Higher rated chess players have the same ability.  Instead of "hitting balls back", they can make a seemingly endless series of moves, some threatening, some not, without making a blunder.  They just wait for you to miss a threat or tactic or for you to undertake a faulty plan, and then scoop up the full point without having "done anything".  If you have no weapons, no one fears you.

A weapon can be anything: extensive knowledge of a particular line of a certain opening, skill at kingside attacks against a fianchettoed bishop, a great feel for king-and-pawn endgames.  The thing is to feel that surge of confidence as you get near a position where you can take out your weapon and show everyone what you've got.

3. Ideas

"A bad plan is better than no plan at all".  This is an old saying in chess and no truer words were ever spoken.  An idea can range from an plan to position your pieces to a plan to checkmate the opposing king.  As long as you have a plan, even one that can be stopped by a single move from your opponent, you are forcing him to find that move.  A dumb plan, executed with focus and speed, will defeat an aimless opponent, even one with objectively better skills.  I've had lots of games where I KNEW my plan didn't work.  All my opponent had to do was play a certain move and it was stopped--but he would not play that move.  I almost tried to stop thinking of the move for fear he would read my mind and play it.  I'm not suggesting that you try dumb plans all the time, I'm just asking that you not over-censor yourself and not try anything because you are not absolutely sure it will work.  Sometimes a positive attitude is the most important move in your plan.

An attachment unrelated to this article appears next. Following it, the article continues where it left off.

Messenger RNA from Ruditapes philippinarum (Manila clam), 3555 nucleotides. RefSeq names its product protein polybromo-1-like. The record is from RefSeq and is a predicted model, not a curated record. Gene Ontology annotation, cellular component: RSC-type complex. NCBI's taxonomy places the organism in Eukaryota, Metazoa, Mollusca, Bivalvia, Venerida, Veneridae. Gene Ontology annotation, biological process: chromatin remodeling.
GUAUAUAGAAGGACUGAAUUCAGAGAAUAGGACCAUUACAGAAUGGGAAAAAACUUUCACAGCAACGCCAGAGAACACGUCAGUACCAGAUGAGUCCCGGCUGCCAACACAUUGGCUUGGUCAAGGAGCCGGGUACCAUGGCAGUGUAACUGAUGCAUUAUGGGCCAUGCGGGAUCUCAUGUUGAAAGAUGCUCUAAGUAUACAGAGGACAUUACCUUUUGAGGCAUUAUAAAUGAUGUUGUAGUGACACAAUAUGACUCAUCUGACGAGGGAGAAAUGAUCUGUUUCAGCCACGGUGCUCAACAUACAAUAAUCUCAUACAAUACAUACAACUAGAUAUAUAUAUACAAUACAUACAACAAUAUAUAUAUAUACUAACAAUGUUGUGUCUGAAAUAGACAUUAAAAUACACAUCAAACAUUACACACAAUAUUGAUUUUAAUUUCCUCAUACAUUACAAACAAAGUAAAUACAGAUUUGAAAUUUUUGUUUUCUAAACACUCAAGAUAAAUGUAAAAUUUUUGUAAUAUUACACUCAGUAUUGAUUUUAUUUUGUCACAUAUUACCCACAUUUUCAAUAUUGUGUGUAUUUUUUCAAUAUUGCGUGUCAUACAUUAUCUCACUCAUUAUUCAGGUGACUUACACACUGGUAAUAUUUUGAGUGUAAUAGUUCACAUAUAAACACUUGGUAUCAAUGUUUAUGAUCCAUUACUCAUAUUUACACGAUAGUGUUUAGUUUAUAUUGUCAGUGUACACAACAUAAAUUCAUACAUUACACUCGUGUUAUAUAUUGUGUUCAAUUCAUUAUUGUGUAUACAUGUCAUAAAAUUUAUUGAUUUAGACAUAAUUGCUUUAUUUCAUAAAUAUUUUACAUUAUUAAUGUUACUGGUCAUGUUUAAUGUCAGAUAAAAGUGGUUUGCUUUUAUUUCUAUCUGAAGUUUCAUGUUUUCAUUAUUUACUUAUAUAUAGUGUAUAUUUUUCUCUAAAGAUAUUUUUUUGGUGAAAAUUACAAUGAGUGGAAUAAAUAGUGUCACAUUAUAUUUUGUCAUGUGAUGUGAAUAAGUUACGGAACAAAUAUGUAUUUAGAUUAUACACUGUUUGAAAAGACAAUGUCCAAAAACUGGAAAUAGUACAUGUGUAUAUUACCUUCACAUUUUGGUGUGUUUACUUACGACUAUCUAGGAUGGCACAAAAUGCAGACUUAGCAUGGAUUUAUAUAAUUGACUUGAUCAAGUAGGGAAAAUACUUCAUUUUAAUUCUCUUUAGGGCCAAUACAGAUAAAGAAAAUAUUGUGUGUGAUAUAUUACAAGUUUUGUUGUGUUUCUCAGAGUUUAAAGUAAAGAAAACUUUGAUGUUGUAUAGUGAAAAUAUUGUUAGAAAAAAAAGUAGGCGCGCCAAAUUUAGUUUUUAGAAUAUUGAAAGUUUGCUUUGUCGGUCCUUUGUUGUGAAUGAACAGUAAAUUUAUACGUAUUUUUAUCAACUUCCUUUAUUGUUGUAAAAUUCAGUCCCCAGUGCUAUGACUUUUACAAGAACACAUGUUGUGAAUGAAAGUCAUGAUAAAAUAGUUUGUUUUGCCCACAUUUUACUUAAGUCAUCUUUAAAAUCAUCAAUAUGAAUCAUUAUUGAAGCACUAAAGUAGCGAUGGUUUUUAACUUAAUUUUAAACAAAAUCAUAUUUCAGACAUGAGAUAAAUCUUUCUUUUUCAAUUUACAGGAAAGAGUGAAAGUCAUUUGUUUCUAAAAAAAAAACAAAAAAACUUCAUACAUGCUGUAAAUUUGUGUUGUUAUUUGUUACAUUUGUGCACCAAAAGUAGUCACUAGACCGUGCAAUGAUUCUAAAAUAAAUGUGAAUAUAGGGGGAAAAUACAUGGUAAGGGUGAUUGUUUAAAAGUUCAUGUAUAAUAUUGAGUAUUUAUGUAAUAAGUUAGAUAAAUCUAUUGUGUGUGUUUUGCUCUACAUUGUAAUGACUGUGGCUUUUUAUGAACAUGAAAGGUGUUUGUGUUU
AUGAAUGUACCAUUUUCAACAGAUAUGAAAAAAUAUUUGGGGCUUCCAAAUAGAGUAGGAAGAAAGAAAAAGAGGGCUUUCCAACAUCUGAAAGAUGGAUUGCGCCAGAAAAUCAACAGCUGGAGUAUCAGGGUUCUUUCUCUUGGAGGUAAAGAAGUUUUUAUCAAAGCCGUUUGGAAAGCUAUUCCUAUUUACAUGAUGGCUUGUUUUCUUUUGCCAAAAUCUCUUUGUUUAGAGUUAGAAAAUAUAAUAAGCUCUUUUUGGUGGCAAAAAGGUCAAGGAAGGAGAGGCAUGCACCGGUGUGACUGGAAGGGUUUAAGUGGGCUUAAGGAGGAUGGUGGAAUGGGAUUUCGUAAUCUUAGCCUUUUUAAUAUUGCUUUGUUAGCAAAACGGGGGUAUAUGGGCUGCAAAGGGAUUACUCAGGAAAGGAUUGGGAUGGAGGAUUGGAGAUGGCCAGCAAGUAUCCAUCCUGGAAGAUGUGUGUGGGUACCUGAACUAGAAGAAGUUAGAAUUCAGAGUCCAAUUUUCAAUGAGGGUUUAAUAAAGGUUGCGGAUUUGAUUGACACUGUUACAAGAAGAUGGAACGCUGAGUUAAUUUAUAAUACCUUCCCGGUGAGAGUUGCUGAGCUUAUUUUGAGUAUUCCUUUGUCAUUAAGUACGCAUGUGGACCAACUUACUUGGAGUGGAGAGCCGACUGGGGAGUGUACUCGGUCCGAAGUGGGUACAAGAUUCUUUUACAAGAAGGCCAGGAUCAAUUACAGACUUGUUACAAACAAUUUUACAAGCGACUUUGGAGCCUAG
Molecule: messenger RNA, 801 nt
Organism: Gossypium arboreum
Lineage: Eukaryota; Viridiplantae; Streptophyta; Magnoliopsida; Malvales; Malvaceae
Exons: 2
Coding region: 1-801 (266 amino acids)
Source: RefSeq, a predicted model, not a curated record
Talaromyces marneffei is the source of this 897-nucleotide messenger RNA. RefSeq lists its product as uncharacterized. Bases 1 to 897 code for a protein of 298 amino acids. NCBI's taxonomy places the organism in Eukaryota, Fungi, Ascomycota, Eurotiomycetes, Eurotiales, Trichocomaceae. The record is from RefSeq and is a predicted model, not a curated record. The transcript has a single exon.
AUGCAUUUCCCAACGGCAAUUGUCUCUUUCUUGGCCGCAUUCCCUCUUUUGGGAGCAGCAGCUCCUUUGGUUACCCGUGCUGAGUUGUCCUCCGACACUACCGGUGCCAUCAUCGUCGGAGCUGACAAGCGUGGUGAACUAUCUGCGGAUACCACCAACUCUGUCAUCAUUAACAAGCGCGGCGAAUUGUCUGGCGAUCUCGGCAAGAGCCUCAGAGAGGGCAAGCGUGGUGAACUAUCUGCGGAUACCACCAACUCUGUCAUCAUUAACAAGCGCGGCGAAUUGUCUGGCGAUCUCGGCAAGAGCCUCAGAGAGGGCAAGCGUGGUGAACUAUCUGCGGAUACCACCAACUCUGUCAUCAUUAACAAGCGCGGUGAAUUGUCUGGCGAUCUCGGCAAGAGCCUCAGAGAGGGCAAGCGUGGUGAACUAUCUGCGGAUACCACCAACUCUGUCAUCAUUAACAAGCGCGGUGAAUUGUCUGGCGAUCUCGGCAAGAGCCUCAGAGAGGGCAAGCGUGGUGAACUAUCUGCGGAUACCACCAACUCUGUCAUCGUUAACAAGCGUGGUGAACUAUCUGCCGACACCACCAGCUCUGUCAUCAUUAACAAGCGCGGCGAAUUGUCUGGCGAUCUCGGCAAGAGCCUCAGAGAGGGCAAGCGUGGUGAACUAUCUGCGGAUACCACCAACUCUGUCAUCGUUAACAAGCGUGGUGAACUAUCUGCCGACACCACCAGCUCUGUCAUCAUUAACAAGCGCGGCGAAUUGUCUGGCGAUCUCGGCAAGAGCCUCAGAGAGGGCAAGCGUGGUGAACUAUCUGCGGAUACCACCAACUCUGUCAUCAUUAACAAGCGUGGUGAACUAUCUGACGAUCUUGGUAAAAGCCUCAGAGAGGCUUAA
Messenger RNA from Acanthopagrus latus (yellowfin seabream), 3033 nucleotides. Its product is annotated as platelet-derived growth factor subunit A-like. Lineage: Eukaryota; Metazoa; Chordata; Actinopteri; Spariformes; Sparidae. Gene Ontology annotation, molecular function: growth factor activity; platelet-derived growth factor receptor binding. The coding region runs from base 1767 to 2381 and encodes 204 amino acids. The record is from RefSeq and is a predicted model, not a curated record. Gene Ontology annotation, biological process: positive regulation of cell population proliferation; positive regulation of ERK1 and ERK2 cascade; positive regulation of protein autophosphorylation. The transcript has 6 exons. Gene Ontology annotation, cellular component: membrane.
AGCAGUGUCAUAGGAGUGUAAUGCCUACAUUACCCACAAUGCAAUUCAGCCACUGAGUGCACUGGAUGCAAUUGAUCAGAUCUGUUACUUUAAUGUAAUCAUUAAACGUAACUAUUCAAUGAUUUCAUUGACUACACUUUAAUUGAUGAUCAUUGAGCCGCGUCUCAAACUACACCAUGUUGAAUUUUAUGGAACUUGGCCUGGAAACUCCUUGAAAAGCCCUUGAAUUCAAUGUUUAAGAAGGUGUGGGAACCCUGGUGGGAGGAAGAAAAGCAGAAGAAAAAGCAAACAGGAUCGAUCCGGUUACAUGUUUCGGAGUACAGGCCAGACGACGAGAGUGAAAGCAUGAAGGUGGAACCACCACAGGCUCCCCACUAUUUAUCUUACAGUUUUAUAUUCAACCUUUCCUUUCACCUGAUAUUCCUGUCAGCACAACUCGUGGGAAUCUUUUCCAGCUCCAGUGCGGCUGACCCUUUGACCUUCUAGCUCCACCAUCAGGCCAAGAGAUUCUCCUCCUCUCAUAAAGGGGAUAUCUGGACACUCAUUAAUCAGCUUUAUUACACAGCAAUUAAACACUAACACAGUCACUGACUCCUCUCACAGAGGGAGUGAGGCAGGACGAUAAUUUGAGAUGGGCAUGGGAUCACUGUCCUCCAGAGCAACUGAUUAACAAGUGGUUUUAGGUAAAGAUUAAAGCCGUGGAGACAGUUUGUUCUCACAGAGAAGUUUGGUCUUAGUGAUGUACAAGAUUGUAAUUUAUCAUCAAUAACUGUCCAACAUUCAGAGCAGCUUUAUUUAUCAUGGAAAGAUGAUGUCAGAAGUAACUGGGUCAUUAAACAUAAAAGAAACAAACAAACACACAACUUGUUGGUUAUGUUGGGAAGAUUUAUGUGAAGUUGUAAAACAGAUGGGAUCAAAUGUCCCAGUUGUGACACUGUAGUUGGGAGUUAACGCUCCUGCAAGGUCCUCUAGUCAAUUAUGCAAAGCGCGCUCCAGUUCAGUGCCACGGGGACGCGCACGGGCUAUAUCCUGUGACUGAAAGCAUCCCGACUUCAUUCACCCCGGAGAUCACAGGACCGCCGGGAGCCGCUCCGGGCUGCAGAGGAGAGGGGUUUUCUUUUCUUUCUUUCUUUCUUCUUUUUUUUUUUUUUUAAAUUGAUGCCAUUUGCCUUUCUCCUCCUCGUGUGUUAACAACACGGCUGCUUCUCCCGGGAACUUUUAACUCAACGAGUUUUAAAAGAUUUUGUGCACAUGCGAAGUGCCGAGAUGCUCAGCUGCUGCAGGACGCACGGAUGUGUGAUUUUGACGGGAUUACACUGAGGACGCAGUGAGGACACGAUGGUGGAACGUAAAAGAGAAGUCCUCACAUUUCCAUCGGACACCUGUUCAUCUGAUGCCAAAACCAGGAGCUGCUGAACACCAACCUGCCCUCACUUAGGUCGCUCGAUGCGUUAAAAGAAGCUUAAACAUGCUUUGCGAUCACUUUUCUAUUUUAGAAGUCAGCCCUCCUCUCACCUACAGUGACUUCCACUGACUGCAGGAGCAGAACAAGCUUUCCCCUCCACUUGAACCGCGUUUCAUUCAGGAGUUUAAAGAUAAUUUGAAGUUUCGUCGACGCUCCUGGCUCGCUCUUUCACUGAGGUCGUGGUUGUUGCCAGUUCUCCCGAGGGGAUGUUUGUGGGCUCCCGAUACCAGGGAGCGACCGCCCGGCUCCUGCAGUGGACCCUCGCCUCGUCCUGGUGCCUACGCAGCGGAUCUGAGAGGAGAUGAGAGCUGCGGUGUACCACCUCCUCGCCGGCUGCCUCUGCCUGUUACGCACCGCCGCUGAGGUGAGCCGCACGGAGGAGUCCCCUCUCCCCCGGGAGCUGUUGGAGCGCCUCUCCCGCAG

You can increase your generation of ideas by using your imagination.  More specifically, imagine how you would like things to be and then work backwards to see if that end position can be plausibly be created.  When you find things that interfere with your plan, you can attempt to execute a subplan to eliminate that problem.  That's how good players come up with startling sacrifices that deflect or capture pieces that interefere with a plan.

In a losing position, don't give up until you run out of ideas for saving the game, no matter how crazy they may seem TO YOU.  Your opponent, being confident, may not see one at all.  When you run out of ideas for saving the game (AND ONLY THEN), resign.  Don't embarrass yourself by playing to mate, or mate in one, on the theory that "no one ever won by resigning".  Instead of being "a fighter who never quits",  playing too long makes you look dumb and insults your opponent, who obviously had enough skill to reach the winning position, but you do not acknowledge that he has the skill to finish off the easy part.  The only exception I sometimes make is if an opponent has played a nice combination that ends in mate, I'll allow him the satisfaction of playing the mate instead of resigning.

So why are better players better than you?  They have more tools in their toolboxes.  So how can you get better?  Get some more tools!  Just collect them one at a time and soon you'll have a tool for every job on the chessboard.